In my last article, I shared some insights I gained about firefighter post-traumatic stress (PTS) from Jeff Dill of the Firefighter Behavioral Health Alliance (FBHA). But understanding firefighter PTSD is obviously just the beginning. It begs the question, what can we do to address this alarming problem among our ranks?
By no means do I have all the answers, but following are three tactics Jeff and the FBHA deem critical for helping our personnel not just cope with the stress of the job, but overcome it.
#1: Internal Size-Up and Self-Care
We know what a size-up is. We practice sizing up situations often, especially at promotion time. But what is an internal size-up? For me it was coming to the realization that the “Red Man” I referenced in my last article was not a leadership strategy, it was anger caused by a lack of control. There are times for “righteous anger,” but such situations are few and far between.
If you are experiencing irrational anger, maybe it’s time to look under the hood. “We have to ask ourselves, why are we acting this way?” says Jeff Dill. “Why am I so angry, why did I respond like that when someone asked me a simple question?” Jeff recommends completing an internal size-up (self-evaluation) to see if you need some help. Are you medicating to cope with your emotions? Are you drinking a lot? Do you have a drink as soon as you get home from shift? Are you taking drugs not prescribed to you or using medications not as intended? Are you angry with your spouse or partner? Do you kick the dog? Such actions may be the source of firehouse jokes, but they are manifestations of a real problem. Self-care is a better way to deal with stress. Most of us try to stay physically fit to perform our jobs. You may work out profusely and do functional drills to push your body, but do you do any exercise to help you relax?
“Self-care could be going for a walk or a hike, or doing yoga or meditation,” Jeff says. “It’s creating peaceful time where you can relax.” Maybe you swim some easy laps to clear your head and get the blood flowing. Or you could make time to read, take classes or socialize with others. There are a lot of ways to practice self-care that may help you.
#2: Confidential Support
We have discussed what you can do to help yourself; now, what should our departments do to help their members? Most fire departments offer some form of Employee Assistance Program (EAP). These programs have had mixed levels of success. In an FBHA survey of 800 firefighters, 80 to 90 percent reported having very little faith in EAPs. Jeff cites three reasons (or perceived reasons) firefighters avoid EAPs:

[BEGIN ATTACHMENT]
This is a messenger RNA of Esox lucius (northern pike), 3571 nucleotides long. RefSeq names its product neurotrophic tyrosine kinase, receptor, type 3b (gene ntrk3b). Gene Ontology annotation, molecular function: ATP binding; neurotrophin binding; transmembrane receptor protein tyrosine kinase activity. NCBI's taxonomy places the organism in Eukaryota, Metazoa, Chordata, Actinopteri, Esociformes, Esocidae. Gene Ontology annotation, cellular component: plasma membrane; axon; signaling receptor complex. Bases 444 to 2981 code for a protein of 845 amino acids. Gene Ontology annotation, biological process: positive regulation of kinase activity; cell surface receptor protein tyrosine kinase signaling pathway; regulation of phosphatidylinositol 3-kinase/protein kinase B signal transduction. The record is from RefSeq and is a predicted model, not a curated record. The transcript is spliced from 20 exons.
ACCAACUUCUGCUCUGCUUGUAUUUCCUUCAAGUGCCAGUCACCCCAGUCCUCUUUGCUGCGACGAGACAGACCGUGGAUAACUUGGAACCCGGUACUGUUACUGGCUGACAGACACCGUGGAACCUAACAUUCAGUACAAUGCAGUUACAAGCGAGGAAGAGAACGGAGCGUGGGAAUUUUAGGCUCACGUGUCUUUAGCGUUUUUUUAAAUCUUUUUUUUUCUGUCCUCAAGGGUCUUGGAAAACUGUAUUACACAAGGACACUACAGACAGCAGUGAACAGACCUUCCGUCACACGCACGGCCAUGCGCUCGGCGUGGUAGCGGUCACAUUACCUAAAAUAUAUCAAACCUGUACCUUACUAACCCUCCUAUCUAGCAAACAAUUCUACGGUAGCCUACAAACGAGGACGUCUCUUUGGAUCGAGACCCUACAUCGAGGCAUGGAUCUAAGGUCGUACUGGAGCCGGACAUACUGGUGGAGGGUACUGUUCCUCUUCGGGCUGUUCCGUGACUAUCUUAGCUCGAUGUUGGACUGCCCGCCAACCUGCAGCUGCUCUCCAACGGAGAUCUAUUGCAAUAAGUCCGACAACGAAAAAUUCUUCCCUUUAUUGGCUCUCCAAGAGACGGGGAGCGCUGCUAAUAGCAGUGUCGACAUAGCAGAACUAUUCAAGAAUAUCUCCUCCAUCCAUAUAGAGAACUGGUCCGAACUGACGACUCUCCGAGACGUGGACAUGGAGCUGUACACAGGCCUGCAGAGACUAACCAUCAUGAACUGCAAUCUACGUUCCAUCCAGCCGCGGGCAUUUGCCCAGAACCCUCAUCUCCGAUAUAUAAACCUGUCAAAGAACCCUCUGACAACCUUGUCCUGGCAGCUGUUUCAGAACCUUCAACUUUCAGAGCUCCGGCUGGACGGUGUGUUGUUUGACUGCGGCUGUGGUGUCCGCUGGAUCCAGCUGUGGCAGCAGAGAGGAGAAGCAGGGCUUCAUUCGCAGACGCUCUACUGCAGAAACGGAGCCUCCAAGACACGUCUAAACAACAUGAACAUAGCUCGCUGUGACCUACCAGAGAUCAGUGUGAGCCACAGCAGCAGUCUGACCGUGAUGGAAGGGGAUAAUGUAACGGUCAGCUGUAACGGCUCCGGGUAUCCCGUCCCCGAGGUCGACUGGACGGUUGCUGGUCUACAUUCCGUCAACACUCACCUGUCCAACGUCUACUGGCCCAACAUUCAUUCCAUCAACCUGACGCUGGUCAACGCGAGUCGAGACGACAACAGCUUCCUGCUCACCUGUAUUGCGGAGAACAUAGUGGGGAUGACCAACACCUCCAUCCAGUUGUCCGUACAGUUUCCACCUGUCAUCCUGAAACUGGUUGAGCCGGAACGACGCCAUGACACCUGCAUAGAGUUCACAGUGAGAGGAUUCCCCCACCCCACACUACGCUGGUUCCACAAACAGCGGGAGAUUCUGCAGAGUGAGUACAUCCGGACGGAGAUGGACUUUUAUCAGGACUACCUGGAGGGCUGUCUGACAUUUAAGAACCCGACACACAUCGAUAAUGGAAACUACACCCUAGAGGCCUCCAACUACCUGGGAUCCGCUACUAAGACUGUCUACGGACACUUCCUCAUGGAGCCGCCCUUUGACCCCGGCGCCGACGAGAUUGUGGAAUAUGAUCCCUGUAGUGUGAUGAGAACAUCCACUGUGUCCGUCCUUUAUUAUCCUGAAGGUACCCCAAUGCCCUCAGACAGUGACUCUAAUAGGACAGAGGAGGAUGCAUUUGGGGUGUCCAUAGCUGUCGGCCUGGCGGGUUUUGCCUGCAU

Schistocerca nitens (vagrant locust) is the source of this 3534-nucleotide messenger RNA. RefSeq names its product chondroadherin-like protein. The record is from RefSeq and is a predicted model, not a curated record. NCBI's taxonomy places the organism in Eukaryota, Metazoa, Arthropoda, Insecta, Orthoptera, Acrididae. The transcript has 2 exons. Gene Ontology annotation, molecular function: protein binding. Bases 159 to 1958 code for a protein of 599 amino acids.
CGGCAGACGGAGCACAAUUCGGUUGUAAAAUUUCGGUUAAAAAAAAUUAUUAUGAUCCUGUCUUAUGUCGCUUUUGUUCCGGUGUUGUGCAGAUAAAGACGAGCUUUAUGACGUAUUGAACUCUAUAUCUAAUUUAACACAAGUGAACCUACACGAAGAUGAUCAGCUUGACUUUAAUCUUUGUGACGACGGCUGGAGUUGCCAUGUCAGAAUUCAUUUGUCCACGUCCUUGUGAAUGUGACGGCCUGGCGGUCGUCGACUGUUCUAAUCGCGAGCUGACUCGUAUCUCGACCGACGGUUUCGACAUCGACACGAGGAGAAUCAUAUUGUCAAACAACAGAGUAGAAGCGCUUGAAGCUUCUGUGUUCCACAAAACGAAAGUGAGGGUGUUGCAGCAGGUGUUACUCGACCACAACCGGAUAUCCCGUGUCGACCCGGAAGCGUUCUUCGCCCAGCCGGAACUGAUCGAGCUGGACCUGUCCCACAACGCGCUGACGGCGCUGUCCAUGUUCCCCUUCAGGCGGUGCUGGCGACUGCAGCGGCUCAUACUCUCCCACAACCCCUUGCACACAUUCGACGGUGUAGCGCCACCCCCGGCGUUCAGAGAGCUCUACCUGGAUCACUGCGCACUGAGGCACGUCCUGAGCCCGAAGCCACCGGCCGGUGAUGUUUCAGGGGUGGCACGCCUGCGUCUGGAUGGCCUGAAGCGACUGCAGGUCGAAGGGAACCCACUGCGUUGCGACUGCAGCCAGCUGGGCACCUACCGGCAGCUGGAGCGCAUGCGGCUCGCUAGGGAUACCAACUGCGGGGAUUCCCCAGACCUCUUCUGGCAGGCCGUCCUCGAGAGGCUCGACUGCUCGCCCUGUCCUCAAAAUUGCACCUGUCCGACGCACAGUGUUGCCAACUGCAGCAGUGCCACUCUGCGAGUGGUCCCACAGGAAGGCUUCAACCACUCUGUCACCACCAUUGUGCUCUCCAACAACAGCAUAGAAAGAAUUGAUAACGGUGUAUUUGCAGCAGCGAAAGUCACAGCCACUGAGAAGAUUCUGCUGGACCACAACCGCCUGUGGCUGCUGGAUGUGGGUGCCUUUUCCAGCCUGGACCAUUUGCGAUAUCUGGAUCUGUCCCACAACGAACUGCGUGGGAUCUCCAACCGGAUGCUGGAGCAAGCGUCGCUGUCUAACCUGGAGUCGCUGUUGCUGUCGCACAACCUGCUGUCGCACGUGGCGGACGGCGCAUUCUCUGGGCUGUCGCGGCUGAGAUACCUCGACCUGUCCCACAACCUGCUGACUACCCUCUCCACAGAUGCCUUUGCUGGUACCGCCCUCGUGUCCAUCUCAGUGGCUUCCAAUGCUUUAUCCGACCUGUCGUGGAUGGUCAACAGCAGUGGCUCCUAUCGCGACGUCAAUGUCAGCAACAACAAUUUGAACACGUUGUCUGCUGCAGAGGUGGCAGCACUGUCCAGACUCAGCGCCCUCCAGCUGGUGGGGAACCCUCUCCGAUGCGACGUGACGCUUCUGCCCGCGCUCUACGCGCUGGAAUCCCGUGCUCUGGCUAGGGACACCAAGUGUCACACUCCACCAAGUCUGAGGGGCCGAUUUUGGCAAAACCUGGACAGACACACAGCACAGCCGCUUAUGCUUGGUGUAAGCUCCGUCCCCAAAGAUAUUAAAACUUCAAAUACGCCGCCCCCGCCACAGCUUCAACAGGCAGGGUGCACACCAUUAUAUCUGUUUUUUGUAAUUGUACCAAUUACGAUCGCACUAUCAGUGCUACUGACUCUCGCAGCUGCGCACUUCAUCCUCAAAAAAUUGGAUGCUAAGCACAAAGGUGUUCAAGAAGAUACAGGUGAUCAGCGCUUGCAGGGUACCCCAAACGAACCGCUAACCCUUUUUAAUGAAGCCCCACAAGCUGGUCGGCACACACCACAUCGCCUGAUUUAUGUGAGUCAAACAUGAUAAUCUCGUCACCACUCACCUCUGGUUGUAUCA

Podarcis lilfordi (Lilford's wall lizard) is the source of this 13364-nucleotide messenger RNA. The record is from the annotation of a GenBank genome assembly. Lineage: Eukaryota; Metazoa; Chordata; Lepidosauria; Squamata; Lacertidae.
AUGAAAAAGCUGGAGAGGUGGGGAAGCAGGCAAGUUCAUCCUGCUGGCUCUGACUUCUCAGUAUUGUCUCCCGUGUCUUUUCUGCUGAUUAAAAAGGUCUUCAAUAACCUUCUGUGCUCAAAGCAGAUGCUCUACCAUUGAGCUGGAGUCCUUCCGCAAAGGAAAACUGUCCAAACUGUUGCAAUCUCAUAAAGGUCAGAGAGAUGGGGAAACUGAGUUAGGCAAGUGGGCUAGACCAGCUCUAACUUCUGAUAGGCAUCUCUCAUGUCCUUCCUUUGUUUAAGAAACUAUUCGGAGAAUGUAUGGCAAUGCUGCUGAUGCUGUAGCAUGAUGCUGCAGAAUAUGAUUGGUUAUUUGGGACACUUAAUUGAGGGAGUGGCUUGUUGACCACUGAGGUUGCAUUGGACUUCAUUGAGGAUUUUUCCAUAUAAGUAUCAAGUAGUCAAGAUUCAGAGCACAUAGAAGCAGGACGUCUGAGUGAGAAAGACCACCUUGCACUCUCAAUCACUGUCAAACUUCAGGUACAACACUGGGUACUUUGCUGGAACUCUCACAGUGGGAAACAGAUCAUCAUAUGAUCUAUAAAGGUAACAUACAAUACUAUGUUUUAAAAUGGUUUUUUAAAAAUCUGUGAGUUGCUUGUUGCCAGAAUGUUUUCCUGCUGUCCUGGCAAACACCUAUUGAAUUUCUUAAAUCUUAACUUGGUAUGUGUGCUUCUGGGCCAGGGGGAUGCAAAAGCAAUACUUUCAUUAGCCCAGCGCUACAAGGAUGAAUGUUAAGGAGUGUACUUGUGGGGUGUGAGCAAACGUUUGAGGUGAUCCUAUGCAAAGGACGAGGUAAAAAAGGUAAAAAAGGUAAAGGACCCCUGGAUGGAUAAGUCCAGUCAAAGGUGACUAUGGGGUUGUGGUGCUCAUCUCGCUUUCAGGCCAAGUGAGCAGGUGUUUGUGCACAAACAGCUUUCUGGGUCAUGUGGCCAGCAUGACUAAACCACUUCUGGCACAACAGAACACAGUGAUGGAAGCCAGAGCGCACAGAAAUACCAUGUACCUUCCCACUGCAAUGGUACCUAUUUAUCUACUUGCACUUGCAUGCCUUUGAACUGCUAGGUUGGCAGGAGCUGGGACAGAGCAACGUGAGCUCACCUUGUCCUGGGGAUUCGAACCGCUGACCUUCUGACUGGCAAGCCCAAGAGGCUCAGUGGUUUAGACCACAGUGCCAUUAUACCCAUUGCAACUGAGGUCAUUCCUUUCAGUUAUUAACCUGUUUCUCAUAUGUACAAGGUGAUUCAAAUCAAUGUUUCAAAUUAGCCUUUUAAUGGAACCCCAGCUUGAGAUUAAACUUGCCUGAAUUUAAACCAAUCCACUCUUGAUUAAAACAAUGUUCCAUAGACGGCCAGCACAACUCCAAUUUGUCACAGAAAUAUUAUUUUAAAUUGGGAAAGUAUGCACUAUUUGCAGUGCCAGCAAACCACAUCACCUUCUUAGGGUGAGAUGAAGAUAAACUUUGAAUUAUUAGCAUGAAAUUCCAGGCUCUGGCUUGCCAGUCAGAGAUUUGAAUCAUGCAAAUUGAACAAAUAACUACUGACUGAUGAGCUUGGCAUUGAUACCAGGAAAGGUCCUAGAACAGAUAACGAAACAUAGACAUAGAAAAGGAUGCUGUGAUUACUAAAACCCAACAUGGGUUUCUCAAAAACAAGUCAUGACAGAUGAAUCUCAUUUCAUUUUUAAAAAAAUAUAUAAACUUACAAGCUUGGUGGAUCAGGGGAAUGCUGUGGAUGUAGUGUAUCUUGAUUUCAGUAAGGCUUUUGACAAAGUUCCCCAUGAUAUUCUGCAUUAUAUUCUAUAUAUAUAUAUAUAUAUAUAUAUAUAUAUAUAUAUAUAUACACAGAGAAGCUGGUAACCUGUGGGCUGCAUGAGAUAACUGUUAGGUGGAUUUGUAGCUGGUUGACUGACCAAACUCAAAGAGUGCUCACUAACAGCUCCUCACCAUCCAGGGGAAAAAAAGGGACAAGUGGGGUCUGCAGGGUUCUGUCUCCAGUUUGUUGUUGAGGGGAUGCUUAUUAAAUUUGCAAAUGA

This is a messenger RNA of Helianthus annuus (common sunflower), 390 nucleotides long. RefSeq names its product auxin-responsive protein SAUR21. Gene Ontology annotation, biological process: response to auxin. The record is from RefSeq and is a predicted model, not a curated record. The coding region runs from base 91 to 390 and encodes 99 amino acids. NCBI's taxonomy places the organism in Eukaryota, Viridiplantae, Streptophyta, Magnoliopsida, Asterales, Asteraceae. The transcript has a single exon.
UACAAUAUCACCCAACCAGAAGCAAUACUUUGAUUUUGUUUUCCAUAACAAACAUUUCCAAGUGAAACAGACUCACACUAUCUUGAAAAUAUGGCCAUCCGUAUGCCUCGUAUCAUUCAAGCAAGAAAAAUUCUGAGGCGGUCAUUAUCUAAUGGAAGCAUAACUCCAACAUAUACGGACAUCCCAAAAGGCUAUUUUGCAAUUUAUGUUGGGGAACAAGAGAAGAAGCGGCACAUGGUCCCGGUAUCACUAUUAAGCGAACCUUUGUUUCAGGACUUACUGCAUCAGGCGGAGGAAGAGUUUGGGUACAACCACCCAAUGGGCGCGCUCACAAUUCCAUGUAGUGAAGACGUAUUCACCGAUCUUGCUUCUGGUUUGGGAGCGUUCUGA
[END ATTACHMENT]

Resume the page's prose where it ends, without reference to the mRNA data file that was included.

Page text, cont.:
- Uncertainty about confidentiality
- Fear of losing job promotion
- EAP counselors do not understand firefighter culture
Confidentiality is a big concern. If a firefighter explains their struggles through their chain of command, there is the fear that the issue will affect perception when it comes to promotion. This fear is real. Departments must support a culture that allows members to seek help without this fear of promotion loss. Critical Incident Stress Management (CISM), confidential peer support and chaplain programs are some of the components that can be pursued. Whatever approach, confidentiality must be the cornerstone and cannot be violated.
CISM teams have been part of the fire service for years; their effectiveness is well documented. Access to CISM teams is highly encouraged and very important; however, CISM teams are generally reserved for large-scale, acutely tragic events. But what about the day-to-day exposure to stress and tragedy? Peer Support Teams are different than CISM teams and serve a more constant purpose. (View the recent webinar on peer support teams featuring Lexipol’s Gordon Graham.)
Peer Support Teams can be developed using internal members of the agency. It is a good idea to have the membership choose who should be on this team. The team members must be trusted and must also be allowed to keep conversations fully confidential (there are exceptions, such as when a firefighter expresses suicidal intent). Peer Support Team members have the advantage of being close to the member who may be struggling. They live in the firehouse, so they can easily observe behavioral changes.
One of Jeff’s recommendations in dealing with the struggling member is to “challenge with compassion.” He encourages members to be direct and deal with problems before they get too big. The compassionate approach is the key to success. A properly designed Peer Support Team will possess the training and confidential tools to confidentially, compassionately assist members or find the help they need.